One often muddles through life, so long as nothing extraordinary occurs.
A medical condition may begin to impact the Federal or Postal employee, perhaps in a peripheral, non-threatening manner, at first; then, over time, a series of events occurs; perhaps, like the domino effect we witness in a causal calamity of sequential occurrences, to wit: the medical condition; a second condition, this time requiring a new medication regimen; side effects; further manifestations of symptoms; a new diagnosis; missing more work than usual; sidelong glances from supervisors and coworkers; and before one realizes the full import of what has happened, one suddenly becomes aware that no longer is one considered that “star employee” by the agency, but a malingerer, a problem-child, and one who is teated in a fashion as in the old remnants of leper colonies.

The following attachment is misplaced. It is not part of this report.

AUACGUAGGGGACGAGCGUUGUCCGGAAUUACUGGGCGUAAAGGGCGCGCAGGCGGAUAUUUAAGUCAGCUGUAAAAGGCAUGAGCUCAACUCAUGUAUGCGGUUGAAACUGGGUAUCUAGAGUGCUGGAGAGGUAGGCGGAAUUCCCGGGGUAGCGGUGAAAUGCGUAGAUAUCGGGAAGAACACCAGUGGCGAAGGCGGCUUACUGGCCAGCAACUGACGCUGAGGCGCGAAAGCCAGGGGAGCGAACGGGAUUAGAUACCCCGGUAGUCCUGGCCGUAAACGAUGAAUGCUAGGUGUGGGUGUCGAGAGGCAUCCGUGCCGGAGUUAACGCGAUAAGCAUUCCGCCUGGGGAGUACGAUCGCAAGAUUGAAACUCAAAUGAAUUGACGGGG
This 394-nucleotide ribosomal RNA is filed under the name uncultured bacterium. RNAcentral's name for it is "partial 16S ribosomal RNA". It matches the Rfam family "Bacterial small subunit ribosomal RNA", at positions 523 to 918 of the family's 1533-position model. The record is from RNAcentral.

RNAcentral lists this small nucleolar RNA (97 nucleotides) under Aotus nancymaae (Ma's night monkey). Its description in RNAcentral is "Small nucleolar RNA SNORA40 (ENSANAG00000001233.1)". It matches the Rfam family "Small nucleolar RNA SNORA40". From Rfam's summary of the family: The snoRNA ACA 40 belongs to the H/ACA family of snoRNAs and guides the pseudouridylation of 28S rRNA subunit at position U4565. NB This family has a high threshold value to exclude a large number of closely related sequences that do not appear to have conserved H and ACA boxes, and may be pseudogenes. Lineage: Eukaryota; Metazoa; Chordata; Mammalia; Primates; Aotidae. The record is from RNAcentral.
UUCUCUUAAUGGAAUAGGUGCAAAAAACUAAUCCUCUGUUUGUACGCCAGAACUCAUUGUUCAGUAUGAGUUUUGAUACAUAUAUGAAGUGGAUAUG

When such a time erupts, and at a moment of such awareness, it is time to consider preparing, formulating and filing for Federal Disability Retirement benefits from the U.S. Office of Personnel Management, whether under FERS or CSRS.
While not offering the perfect solution, it does allow for the Federal or Postal employee suffering from a medical condition, a way out of an otherwise untenable position: a time for recuperation; a level of financial security; a potential for engaging a second vocation and earning additional money above and beyond the disability annuity. That sudden awareness is an indicator; in a similar manner to the revelation of symptoms, which is a signal of the body trying to warn a person of an impending medical crisis, so the awareness that one’s peers, coworkers and supervisors are viewing you in a different light is a triggering mechanism which should be heeded.
Robert R. McGill, Esquire